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Lake Berryessa Plane Crash Kills Two


A plane crash near Lake Berryessa, in Napa County, California, has killed two people. The crash occurred Monday, May 8, at around 9:00 a.m. in a remote area of Napa County. Killed in the crash were the 55-year-old pilot, Jon Murray Karkow, and 41-year-old Cagri Sever. Both were reportedly employees of ICON Aircraft. Officials are now investigating what caused the small amphibious plane to crash.

Officials Investigating Lake Berryessa Plane Crash

The National Transportation Safety Board (NTSB) and Federal Aviation Administration (FAA) are investigating the Lake Berryessa plane crash. According to reports the plane had been airborne for 20 minutes before it crashed. The weather at the lake was 65 degrees and sunny, with northeast winds of around 2 miles per hour. A preliminary report on the plane crash is expected in mid-May.

The plane crashed into the eastern end of Lake Berryessa, between Markley Cove Resort and Pleasure Cove Marina, an area near ICON’s Vacaville training facility, officials reported. The area was remote enough that boats were required to access the crash site.

Amphibious Plane Involved in California Crash

The plane involved in the crash was a single-engine ICON A5 Amphibious Light-Sport Aircraft. The plane is designed to land on either land or water and is listed for sale at around $189,000. ICON designed the A5 so that it would appeal to both beginner and recreational pilots, and although owners of the plane have to undergo pilot training before they can fly the plane, they don’t need a full pilot’s license to operate it.

The ICON A5 can travel at a top speed of around 120 miles per hour and carries a parachute. This is reportedly the first fatal crash involving the A5, although an A5 was damaged in a hard landing in April. In that case, however, both people on board survived the accident and the company blamed the incident on pilot error.

The plane has a stall-resistant design and was the first aircraft to meet new spin-resistance standards implemented by the Federal Aviation Administration. Tracy Vaniwarden, who has flown an ICON A5 plane, told NBC that the aircraft is “extremely safe.”

“Even with engine failure, you can land on the water, so there’s no great risk there. So to see the photos that I saw, something catastrophic happened.”

One report suggests that the crash scene could indicate the plane experienced a steep vertical descent prior to crashing, but exactly what happened won’t be known until the NTSB and FAA conclude their investigation. All factors involved in the plane crash, including weather, pilot error, mechanical problems, and possible obstructions will be investigated.

Jon Karkow Was Lead Engineer on ICON Plane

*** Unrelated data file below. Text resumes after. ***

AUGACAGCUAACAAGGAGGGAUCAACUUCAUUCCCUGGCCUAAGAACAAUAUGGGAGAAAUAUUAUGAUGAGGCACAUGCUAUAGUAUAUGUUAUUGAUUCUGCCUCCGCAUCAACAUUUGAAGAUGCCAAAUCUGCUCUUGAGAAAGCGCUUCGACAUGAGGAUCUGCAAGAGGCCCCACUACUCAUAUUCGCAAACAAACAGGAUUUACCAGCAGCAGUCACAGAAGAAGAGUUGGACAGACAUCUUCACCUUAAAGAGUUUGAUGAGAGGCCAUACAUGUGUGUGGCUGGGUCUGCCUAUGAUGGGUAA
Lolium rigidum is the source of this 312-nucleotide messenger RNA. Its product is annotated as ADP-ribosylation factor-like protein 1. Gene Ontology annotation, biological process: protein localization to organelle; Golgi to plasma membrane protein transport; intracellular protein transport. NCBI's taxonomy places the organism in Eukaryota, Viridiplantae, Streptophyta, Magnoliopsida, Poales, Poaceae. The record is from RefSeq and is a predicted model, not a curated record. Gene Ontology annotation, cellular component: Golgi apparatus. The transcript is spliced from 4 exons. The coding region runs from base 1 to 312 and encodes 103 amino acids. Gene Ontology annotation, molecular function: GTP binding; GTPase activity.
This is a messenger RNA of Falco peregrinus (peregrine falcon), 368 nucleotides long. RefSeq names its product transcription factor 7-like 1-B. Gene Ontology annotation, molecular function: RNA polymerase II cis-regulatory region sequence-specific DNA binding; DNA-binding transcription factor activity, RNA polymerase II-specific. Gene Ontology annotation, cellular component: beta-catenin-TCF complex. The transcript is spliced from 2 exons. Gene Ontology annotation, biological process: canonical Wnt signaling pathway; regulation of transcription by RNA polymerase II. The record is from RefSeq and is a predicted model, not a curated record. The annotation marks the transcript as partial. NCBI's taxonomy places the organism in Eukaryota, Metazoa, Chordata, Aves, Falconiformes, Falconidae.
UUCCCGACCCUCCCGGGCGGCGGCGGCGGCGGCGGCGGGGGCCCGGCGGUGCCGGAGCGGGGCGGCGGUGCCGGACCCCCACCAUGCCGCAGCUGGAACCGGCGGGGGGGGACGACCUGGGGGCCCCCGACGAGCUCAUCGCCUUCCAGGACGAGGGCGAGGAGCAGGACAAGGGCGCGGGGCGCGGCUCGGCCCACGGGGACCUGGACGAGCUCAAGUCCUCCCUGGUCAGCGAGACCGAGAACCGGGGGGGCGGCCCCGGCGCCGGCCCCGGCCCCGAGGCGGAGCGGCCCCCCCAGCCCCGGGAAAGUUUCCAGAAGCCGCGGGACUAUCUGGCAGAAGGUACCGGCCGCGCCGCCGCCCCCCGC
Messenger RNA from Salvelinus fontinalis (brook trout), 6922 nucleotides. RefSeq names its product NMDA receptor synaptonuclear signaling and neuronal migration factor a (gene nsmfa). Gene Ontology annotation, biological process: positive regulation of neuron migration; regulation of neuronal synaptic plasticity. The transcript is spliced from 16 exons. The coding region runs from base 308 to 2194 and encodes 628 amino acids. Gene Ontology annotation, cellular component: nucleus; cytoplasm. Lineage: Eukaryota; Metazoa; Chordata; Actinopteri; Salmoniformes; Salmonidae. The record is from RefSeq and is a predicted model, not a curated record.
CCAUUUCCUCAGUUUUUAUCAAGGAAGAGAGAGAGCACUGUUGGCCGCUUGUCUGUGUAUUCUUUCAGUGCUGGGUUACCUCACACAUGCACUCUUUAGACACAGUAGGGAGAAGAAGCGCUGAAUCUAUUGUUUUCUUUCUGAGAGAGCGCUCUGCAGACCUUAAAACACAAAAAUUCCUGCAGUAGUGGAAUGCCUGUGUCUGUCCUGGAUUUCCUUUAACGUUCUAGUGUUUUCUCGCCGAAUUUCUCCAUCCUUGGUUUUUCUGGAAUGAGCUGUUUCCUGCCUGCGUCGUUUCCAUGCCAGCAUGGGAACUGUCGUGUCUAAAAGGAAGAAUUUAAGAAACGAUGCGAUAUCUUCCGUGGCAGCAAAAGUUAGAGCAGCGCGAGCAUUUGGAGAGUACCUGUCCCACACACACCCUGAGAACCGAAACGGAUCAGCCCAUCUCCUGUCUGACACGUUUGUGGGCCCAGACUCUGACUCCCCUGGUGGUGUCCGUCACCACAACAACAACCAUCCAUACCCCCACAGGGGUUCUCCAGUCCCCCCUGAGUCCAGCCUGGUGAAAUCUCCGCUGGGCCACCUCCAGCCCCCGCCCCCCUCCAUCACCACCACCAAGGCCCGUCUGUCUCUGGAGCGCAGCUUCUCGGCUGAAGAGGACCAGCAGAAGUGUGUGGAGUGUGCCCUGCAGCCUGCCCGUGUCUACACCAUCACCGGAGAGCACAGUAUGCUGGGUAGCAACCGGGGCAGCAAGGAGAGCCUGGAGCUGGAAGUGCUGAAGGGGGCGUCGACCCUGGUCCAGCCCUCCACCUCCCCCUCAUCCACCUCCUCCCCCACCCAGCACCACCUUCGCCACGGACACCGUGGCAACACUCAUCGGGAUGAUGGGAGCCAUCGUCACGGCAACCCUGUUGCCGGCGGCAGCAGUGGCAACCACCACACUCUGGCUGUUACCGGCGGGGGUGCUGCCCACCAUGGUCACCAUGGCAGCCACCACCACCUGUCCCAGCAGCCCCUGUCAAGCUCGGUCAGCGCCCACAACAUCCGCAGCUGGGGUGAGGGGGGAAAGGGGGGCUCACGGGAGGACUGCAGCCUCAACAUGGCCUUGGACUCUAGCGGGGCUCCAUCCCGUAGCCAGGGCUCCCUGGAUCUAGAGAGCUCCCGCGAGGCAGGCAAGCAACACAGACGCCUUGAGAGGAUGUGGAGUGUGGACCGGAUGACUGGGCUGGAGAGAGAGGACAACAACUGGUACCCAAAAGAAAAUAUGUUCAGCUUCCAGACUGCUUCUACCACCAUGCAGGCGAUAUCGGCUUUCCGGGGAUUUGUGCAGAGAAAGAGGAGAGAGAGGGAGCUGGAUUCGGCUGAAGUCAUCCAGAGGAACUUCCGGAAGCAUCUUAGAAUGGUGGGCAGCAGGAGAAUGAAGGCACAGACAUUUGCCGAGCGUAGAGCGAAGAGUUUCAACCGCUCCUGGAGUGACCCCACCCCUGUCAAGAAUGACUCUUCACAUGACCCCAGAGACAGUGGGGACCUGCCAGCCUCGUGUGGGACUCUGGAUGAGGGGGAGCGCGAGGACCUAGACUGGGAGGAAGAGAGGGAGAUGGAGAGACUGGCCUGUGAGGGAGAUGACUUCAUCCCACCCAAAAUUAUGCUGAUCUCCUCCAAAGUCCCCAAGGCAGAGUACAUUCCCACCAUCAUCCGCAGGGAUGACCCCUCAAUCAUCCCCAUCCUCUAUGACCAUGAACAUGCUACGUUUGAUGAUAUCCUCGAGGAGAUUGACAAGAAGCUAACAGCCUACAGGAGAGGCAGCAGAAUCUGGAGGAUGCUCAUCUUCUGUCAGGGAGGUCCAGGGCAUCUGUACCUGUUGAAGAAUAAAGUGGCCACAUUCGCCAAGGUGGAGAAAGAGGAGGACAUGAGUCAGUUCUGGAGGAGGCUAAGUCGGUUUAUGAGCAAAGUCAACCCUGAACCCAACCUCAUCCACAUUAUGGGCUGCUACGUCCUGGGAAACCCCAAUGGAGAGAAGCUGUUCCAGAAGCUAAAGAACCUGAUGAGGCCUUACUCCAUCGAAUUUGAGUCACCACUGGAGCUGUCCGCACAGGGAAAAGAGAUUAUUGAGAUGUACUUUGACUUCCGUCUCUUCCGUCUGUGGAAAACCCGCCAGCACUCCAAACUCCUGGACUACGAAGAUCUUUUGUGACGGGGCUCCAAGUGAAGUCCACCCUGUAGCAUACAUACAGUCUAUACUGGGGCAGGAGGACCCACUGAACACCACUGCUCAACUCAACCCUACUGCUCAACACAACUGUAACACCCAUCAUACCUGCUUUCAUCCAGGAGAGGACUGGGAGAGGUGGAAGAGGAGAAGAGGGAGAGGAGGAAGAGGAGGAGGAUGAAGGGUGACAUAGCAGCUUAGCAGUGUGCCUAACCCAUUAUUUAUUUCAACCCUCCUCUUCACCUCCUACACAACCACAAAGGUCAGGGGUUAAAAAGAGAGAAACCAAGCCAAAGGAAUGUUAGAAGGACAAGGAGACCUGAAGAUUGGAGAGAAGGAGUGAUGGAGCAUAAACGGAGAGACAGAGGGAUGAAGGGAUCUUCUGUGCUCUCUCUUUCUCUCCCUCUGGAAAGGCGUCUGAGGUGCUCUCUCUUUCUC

Wired reports that Jon Karkow was ICON’s lead aeronautical engineer and Cagri Severe was a colleague at the company. Prior to working at ICON, Karkow worked at Scaled Composites where he led the engineering teams for five airplanes and at least 20 aircraft programs. Karkow had experience piloting more difficult aircraft, leaving some experts wondering what could have caused this crash.

Sever had only started working for ICON a few weeks before the crash, following a stint as manager of product design and development at Ford Motor Company.

ICON Issues Statement on Plane Crash

Following the plane crash, ICON Aircraft CEO Kirk Hawkins released a statement on behalf of the company.

“This was a devastating personal loss for many of us. Once arrangements have been made with all the families involved we will let you know more… The thoughts and prayers of our entire organization are with the families of both people on board, they were both truly amazing individuals.”

Second Plane Crash at Lake Berryessa in a Month

Lake Berryessa is reportedly a busy place for planes and the ICON crash was the second to happen in just over a week. Nine days prior to the ICON accident, two passengers suffered minor injuries when the pontoon plane they were in crashed into the lake as they practiced touch-and-go landings. The plane involved in that crash was a 2003 Glasstar experimental floatplane.

“We get a lot of people up there doing touchdowns with their float boats and stuff like that so it’s fairly common to have a lot of planes up here at the lake,” said Captain Keith Behlmer.

Airplane Crash Attorney

Attorneys at Baum Hedlund Aristei & Goldman are experienced in aviation litigation and can answer questions you may have about your case. If you or a loved one has been involved in a plane crash or a helicopter crash, contact us for a free case evaluation.



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